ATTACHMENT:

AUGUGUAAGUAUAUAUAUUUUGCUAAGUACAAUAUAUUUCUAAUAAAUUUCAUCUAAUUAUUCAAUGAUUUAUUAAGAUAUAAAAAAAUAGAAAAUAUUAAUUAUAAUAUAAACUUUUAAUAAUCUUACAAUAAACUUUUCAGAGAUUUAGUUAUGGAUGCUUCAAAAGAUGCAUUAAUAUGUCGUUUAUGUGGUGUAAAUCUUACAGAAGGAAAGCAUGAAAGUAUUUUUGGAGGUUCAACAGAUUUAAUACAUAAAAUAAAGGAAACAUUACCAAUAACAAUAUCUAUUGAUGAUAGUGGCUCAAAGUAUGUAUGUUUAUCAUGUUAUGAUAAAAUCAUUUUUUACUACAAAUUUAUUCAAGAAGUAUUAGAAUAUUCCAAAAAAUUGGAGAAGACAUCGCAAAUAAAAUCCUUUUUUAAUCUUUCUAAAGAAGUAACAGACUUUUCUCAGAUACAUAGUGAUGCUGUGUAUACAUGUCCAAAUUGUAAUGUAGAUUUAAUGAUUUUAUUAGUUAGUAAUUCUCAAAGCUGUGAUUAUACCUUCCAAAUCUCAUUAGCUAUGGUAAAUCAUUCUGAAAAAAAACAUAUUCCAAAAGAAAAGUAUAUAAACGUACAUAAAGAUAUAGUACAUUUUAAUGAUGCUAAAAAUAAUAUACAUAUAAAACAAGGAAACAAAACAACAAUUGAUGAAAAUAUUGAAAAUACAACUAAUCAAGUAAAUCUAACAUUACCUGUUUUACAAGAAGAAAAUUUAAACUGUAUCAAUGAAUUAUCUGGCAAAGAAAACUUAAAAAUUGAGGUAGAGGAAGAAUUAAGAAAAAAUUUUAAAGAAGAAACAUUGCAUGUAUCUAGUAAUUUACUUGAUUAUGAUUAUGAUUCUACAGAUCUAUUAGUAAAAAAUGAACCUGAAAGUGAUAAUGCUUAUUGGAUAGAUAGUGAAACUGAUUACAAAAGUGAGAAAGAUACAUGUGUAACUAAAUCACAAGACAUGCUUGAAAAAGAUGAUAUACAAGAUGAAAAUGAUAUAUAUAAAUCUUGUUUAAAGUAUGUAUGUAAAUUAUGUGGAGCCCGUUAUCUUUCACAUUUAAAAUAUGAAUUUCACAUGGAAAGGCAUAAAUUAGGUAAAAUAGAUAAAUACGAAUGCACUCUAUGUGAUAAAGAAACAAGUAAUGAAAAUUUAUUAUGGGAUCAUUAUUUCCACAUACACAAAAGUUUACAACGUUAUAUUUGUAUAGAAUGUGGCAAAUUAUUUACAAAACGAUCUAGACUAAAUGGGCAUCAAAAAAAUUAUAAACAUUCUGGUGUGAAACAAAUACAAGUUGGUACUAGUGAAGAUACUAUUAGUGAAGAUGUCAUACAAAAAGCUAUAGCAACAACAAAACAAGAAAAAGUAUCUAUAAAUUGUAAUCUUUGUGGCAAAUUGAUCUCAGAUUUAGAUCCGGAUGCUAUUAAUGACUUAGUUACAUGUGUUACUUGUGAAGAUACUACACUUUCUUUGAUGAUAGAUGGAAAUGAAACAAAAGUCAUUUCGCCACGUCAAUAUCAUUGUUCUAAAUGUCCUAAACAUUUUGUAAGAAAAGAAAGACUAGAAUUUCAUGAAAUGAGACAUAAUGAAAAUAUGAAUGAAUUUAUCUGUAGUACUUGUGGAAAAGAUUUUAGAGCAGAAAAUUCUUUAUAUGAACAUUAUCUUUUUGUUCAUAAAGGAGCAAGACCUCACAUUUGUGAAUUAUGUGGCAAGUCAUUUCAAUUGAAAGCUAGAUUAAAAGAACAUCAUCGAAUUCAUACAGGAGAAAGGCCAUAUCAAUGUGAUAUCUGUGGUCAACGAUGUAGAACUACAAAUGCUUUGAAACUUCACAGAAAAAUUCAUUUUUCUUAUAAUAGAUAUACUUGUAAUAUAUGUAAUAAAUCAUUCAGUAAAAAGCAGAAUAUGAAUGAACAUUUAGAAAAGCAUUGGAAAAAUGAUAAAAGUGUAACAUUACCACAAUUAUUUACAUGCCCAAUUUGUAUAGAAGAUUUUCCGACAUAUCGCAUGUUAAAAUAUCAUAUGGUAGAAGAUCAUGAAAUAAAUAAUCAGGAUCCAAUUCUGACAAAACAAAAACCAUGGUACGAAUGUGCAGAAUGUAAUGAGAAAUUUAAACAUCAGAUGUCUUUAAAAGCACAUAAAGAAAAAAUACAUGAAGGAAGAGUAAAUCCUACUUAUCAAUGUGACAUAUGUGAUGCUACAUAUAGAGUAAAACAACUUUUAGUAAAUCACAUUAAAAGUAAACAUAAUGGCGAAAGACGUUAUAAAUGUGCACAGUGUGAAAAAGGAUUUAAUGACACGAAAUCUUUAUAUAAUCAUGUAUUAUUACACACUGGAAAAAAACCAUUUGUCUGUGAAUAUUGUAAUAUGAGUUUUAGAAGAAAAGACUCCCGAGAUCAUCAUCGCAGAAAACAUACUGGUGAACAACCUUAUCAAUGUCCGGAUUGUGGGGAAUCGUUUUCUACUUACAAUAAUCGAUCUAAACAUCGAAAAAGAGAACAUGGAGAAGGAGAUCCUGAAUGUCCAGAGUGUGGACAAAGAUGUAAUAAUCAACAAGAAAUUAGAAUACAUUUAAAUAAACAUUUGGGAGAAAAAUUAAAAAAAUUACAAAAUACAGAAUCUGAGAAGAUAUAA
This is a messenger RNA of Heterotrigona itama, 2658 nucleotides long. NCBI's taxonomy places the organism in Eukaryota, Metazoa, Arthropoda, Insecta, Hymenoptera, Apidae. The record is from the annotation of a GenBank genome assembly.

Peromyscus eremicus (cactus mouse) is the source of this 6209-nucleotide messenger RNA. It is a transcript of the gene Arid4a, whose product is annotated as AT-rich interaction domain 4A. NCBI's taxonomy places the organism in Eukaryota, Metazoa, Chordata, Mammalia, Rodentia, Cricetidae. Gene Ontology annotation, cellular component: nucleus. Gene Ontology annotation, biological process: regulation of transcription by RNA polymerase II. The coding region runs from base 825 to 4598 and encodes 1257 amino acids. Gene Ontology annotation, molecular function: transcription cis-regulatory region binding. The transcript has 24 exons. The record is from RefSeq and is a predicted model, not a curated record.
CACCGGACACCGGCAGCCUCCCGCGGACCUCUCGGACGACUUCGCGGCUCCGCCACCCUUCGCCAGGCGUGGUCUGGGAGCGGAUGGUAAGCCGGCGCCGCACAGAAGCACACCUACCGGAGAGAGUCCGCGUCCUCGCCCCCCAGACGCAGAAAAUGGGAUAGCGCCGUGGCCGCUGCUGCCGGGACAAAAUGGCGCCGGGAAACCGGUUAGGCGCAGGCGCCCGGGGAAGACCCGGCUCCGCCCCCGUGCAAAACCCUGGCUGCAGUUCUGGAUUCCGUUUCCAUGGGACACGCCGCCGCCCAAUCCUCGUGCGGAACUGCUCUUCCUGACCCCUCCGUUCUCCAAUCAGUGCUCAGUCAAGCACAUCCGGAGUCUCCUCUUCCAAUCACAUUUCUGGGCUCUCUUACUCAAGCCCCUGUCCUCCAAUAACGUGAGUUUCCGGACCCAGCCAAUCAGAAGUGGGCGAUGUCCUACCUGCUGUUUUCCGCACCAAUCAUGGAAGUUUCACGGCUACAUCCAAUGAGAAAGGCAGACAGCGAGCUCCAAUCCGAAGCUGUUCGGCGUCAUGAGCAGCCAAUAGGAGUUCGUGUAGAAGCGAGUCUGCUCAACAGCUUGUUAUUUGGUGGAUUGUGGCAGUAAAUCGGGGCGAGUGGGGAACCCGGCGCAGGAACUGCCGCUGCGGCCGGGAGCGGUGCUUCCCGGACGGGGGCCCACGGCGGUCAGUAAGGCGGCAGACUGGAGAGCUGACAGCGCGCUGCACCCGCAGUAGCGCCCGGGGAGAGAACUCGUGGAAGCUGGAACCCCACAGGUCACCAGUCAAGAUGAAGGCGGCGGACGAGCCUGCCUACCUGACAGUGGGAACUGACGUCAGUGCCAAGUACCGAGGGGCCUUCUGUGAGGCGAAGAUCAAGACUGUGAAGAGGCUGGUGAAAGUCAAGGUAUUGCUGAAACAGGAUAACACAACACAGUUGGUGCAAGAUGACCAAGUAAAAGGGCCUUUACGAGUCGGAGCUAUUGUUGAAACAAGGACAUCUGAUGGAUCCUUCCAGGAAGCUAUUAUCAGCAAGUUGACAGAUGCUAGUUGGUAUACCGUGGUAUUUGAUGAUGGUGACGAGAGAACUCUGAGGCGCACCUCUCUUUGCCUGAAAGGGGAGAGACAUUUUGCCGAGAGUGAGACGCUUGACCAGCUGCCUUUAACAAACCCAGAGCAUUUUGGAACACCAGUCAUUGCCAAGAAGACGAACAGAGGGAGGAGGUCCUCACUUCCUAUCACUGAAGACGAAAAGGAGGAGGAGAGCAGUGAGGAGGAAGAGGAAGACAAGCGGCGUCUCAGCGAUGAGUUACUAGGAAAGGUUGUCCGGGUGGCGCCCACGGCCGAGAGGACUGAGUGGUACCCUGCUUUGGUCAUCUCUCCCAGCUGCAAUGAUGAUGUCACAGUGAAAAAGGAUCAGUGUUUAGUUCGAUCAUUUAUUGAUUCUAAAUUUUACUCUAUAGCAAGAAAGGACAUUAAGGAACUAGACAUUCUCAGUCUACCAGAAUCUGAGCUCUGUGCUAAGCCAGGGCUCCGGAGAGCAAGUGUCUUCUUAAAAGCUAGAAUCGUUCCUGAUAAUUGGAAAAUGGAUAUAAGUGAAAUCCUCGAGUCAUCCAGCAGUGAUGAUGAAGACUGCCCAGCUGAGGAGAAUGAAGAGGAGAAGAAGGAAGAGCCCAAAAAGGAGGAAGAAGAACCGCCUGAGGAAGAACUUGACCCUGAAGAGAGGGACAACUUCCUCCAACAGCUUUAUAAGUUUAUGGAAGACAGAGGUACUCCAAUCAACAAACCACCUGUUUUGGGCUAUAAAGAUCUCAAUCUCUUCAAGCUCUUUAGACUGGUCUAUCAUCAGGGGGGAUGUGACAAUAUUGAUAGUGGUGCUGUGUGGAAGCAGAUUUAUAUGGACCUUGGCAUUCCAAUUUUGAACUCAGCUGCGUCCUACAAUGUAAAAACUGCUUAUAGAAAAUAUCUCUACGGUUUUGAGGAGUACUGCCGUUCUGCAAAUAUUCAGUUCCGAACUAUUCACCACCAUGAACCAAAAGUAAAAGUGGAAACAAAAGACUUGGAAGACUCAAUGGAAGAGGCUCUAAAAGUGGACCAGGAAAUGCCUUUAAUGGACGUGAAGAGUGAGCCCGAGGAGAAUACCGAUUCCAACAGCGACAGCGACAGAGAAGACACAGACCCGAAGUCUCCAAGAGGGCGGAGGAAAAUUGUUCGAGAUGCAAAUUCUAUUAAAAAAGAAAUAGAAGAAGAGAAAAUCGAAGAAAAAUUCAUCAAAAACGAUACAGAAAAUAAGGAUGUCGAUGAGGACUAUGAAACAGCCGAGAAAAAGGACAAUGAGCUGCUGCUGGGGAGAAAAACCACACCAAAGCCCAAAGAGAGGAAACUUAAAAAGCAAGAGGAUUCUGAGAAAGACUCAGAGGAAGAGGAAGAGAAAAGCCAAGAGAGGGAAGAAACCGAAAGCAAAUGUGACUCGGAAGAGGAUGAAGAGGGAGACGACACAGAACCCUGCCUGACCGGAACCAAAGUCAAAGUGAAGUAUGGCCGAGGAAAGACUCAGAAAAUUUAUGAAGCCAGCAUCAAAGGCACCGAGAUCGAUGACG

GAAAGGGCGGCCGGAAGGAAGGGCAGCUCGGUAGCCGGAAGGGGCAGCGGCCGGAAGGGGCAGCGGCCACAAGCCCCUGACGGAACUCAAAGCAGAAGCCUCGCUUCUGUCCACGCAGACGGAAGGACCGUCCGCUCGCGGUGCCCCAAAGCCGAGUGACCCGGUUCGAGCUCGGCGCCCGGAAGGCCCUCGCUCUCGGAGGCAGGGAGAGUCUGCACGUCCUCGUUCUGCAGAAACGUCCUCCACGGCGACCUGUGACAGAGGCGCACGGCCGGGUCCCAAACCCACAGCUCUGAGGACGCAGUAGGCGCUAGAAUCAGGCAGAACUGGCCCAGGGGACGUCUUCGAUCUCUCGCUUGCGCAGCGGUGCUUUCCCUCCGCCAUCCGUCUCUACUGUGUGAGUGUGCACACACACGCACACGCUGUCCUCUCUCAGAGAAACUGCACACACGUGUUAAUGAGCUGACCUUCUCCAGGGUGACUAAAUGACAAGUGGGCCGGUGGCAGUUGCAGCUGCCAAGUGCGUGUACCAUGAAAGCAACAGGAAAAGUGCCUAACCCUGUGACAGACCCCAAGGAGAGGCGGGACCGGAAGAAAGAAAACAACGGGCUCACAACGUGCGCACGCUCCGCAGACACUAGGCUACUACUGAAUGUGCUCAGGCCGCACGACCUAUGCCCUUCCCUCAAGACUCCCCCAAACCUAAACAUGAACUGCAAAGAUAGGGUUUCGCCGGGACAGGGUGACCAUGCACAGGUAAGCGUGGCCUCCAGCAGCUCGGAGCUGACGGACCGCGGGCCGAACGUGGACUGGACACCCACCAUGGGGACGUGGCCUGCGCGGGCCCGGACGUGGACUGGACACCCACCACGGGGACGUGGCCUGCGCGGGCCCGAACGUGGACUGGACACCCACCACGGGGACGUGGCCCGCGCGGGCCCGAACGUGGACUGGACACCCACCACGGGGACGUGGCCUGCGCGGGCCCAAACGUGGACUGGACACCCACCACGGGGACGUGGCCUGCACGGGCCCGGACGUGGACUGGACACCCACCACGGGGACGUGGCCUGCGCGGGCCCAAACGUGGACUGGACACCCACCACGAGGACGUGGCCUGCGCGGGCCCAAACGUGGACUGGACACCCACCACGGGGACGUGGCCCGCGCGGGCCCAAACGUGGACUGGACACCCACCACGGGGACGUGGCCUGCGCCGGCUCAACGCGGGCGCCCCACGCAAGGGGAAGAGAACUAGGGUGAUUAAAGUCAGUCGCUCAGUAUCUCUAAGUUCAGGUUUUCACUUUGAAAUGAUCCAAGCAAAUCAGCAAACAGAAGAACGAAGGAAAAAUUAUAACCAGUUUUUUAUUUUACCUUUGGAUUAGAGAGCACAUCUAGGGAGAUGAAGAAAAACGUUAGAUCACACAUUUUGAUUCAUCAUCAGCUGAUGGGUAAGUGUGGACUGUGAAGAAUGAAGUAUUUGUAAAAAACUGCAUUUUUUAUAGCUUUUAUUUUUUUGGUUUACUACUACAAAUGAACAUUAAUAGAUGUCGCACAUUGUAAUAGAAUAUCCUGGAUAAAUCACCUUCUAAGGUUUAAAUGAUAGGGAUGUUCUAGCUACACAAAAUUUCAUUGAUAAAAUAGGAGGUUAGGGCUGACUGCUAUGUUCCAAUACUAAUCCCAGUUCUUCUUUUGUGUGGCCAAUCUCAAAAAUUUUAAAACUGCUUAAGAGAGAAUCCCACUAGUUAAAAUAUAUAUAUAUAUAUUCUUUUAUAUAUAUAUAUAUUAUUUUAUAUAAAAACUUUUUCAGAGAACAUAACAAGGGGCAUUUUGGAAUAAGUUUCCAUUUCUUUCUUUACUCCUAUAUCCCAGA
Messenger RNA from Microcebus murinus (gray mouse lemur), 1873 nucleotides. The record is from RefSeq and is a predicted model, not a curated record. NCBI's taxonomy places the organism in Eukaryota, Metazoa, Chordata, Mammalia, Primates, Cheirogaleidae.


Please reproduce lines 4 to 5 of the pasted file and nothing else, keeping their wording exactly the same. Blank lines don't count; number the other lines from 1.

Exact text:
CACCGGACACCGGCAGCCUCCCGCGGACCUCUCGGACGACUUCGCGGCUCCGCCACCCUUCGCCAGGCGUGGUCUGGGAGCGGAUGGUAAGCCGGCGCCGCACAGAAGCACACCUACCGGAGAGAGUCCGCGUCCUCGCCCCCCAGACGCAGAAAAUGGGAUAGCGCCGUGGCCGCUGCUGCCGGGACAAAAUGGCGCCGGGAAACCGGUUAGGCGCAGGCGCCCGGGGAAGACCCGGCUCCGCCCCCGUGCAAAACCCUGGCUGCAGUUCUGGAUUCCGUUUCCAUGGGACACGCCGCCGCCCAAUCCUCGUGCGGAACUGCUCUUCCUGACCCCUCCGUUCUCCAAUCAGUGCUCAGUCAAGCACAUCCGGAGUCUCCUCUUCCAAUCACAUUUCUGGGCUCUCUUACUCAAGCCCCUGUCCUCCAAUAACGUGAGUUUCCGGACCCAGCCAAUCAGAAGUGGGCGAUGUCCUACCUGCUGUUUUCCGCACCAAUCAUGGAAGUUUCACGGCUACAUCCAAUGAGAAAGGCAGACAGCGAGCUCCAAUCCGAAGCUGUUCGGCGUCAUGAGCAGCCAAUAGGAGUUCGUGUAGAAGCGAGUCUGCUCAACAGCUUGUUAUUUGGUGGAUUGUGGCAGUAAAUCGGGGCGAGUGGGGAACCCGGCGCAGGAACUGCCGCUGCGGCCGGGAGCGGUGCUUCCCGGACGGGGGCCCACGGCGGUCAGUAAGGCGGCAGACUGGAGAGCUGACAGCGCGCUGCACCCGCAGUAGCGCCCGGGGAGAGAACUCGUGGAAGCUGGAACCCCACAGGUCACCAGUCAAGAUGAAGGCGGCGGACGAGCCUGCCUACCUGACAGUGGGAACUGACGUCAGUGCCAAGUACCGAGGGGCCUUCUGUGAGGCGAAGAUCAAGACUGUGAAGAGGCUGGUGAAAGUCAAGGUAUUGCUGAAACAGGAUAACACAACACAGUUGGUGCAAGAUGACCAAGUAAAAGGGCCUUUACGAGUCGGAGCUAUUGUUGAAACAAGGACAUCUGAUGGAUCCUUCCAGGAAGCUAUUAUCAGCAAGUUGACAGAUGCUAGUUGGUAUACCGUGGUAUUUGAUGAUGGUGACGAGAGAACUCUGAGGCGCACCUCUCUUUGCCUGAAAGGGGAGAGACAUUUUGCCGAGAGUGAGACGCUUGACCAGCUGCCUUUAACAAACCCAGAGCAUUUUGGAACACCAGUCAUUGCCAAGAAGACGAACAGAGGGAGGAGGUCCUCACUUCCUAUCACUGAAGACGAAAAGGAGGAGGAGAGCAGUGAGGAGGAAGAGGAAGACAAGCGGCGUCUCAGCGAUGAGUUACUAGGAAAGGUUGUCCGGGUGGCGCCCACGGCCGAGAGGACUGAGUGGUACCCUGCUUUGGUCAUCUCUCCCAGCUGCAAUGAUGAUGUCACAGUGAAAAAGGAUCAGUGUUUAGUUCGAUCAUUUAUUGAUUCUAAAUUUUACUCUAUAGCAAGAAAGGACAUUAAGGAACUAGACAUUCUCAGUCUACCAGAAUCUGAGCUCUGUGCUAAGCCAGGGCUCCGGAGAGCAAGUGUCUUCUUAAAAGCUAGAAUCGUUCCUGAUAAUUGGAAAAUGGAUAUAAGUGAAAUCCUCGAGUCAUCCAGCAGUGAUGAUGAAGACUGCCCAGCUGAGGAGAAUGAAGAGGAGAAGAAGGAAGAGCCCAAAAAGGAGGAAGAAGAACCGCCUGAGGAAGAACUUGACCCUGAAGAGAGGGACAACUUCCUCCAACAGCUUUAUAAGUUUAUGGAAGACAGAGGUACUCCAAUCAACAAACCACCUGUUUUGGGCUAUAAAGAUCUCAAUCUCUUCAAGCUCUUUAGACUGGUCUAUCAUCAGGGGGGAUGUGACAAUAUUGAUAGUGGUGCUGUGUGGAAGCAGAUUUAUAUGGACCUUGGCAUUCCAAUUUUGAACUCAGCUGCGUCCUACAAUGUAAAAACUGCUUAUAGAAAAUAUCUCUACGGUUUUGAGGAGUACUGCCGUUCUGCAAAUAUUCAGUUCCGAACUAUUCACCACCAUGAACCAAAAGUAAAAGUGGAAACAAAAGACUUGGAAGACUCAAUGGAAGAGGCUCUAAAAGUGGACCAGGAAAUGCCUUUAAUGGACGUGAAGAGUGAGCCCGAGGAGAAUACCGAUUCCAACAGCGACAGCGACAGAGAAGACACAGACCCGAAGUCUCCAAGAGGGCGGAGGAAAAUUGUUCGAGAUGCAAAUUCUAUUAAAAAAGAAAUAGAAGAAGAGAAAAUCGAAGAAAAAUUCAUCAAAAACGAUACAGAAAAUAAGGAUGUCGAUGAGGACUAUGAAACAGCCGAGAAAAAGGACAAUGAGCUGCUGCUGGGGAGAAAAACCACACCAAAGCCCAAAGAGAGGAAACUUAAAAAGCAAGAGGAUUCUGAGAAAGACUCAGAGGAAGAGGAAGAGAAAAGCCAAGAGAGGGAAGAAACCGAAAGCAAAUGUGACUCGGAAGAGGAUGAAGAGGGAGACGACACAGAACCCUGCCUGACCGGAACCAAAGUCAAAGUGAAGUAUGGCCGAGGAAAGACUCAGAAAAUUUAUGAAGCCAGCAUCAAAGGCACCGAGAUCGAUGACG

GAAAGGGCGGCCGGAAGGAAGGGCAGCUCGGUAGCCGGAAGGGGCAGCGGCCGGAAGGGGCAGCGGCCACAAGCCCCUGACGGAACUCAAAGCAGAAGCCUCGCUUCUGUCCACGCAGACGGAAGGACCGUCCGCUCGCGGUGCCCCAAAGCCGAGUGACCCGGUUCGAGCUCGGCGCCCGGAAGGCCCUCGCUCUCGGAGGCAGGGAGAGUCUGCACGUCCUCGUUCUGCAGAAACGUCCUCCACGGCGACCUGUGACAGAGGCGCACGGCCGGGUCCCAAACCCACAGCUCUGAGGACGCAGUAGGCGCUAGAAUCAGGCAGAACUGGCCCAGGGGACGUCUUCGAUCUCUCGCUUGCGCAGCGGUGCUUUCCCUCCGCCAUCCGUCUCUACUGUGUGAGUGUGCACACACACGCACACGCUGUCCUCUCUCAGAGAAACUGCACACACGUGUUAAUGAGCUGACCUUCUCCAGGGUGACUAAAUGACAAGUGGGCCGGUGGCAGUUGCAGCUGCCAAGUGCGUGUACCAUGAAAGCAACAGGAAAAGUGCCUAACCCUGUGACAGACCCCAAGGAGAGGCGGGACCGGAAGAAAGAAAACAACGGGCUCACAACGUGCGCACGCUCCGCAGACACUAGGCUACUACUGAAUGUGCUCAGGCCGCACGACCUAUGCCCUUCCCUCAAGACUCCCCCAAACCUAAACAUGAACUGCAAAGAUAGGGUUUCGCCGGGACAGGGUGACCAUGCACAGGUAAGCGUGGCCUCCAGCAGCUCGGAGCUGACGGACCGCGGGCCGAACGUGGACUGGACACCCACCAUGGGGACGUGGCCUGCGCGGGCCCGGACGUGGACUGGACACCCACCACGGGGACGUGGCCUGCGCGGGCCCGAACGUGGACUGGACACCCACCACGGGGACGUGGCCCGCGCGGGCCCGAACGUGGACUGGACACCCACCACGGGGACGUGGCCUGCGCGGGCCCAAACGUGGACUGGACACCCACCACGGGGACGUGGCCUGCACGGGCCCGGACGUGGACUGGACACCCACCACGGGGACGUGGCCUGCGCGGGCCCAAACGUGGACUGGACACCCACCACGAGGACGUGGCCUGCGCGGGCCCAAACGUGGACUGGACACCCACCACGGGGACGUGGCCCGCGCGGGCCCAAACGUGGACUGGACACCCACCACGGGGACGUGGCCUGCGCCGGCUCAACGCGGGCGCCCCACGCAAGGGGAAGAGAACUAGGGUGAUUAAAGUCAGUCGCUCAGUAUCUCUAAGUUCAGGUUUUCACUUUGAAAUGAUCCAAGCAAAUCAGCAAACAGAAGAACGAAGGAAAAAUUAUAACCAGUUUUUUAUUUUACCUUUGGAUUAGAGAGCACAUCUAGGGAGAUGAAGAAAAACGUUAGAUCACACAUUUUGAUUCAUCAUCAGCUGAUGGGUAAGUGUGGACUGUGAAGAAUGAAGUAUUUGUAAAAAACUGCAUUUUUUAUAGCUUUUAUUUUUUUGGUUUACUACUACAAAUGAACAUUAAUAGAUGUCGCACAUUGUAAUAGAAUAUCCUGGAUAAAUCACCUUCUAAGGUUUAAAUGAUAGGGAUGUUCUAGCUACACAAAAUUUCAUUGAUAAAAUAGGAGGUUAGGGCUGACUGCUAUGUUCCAAUACUAAUCCCAGUUCUUCUUUUGUGUGGCCAAUCUCAAAAAUUUUAAAACUGCUUAAGAGAGAAUCCCACUAGUUAAAAUAUAUAUAUAUAUAUUCUUUUAUAUAUAUAUAUAUUAUUUUAUAUAAAAACUUUUUCAGAGAACAUAACAAGGGGCAUUUUGGAAUAAGUUUCCAUUUCUUUCUUUACUCCUAUAUCCCAGA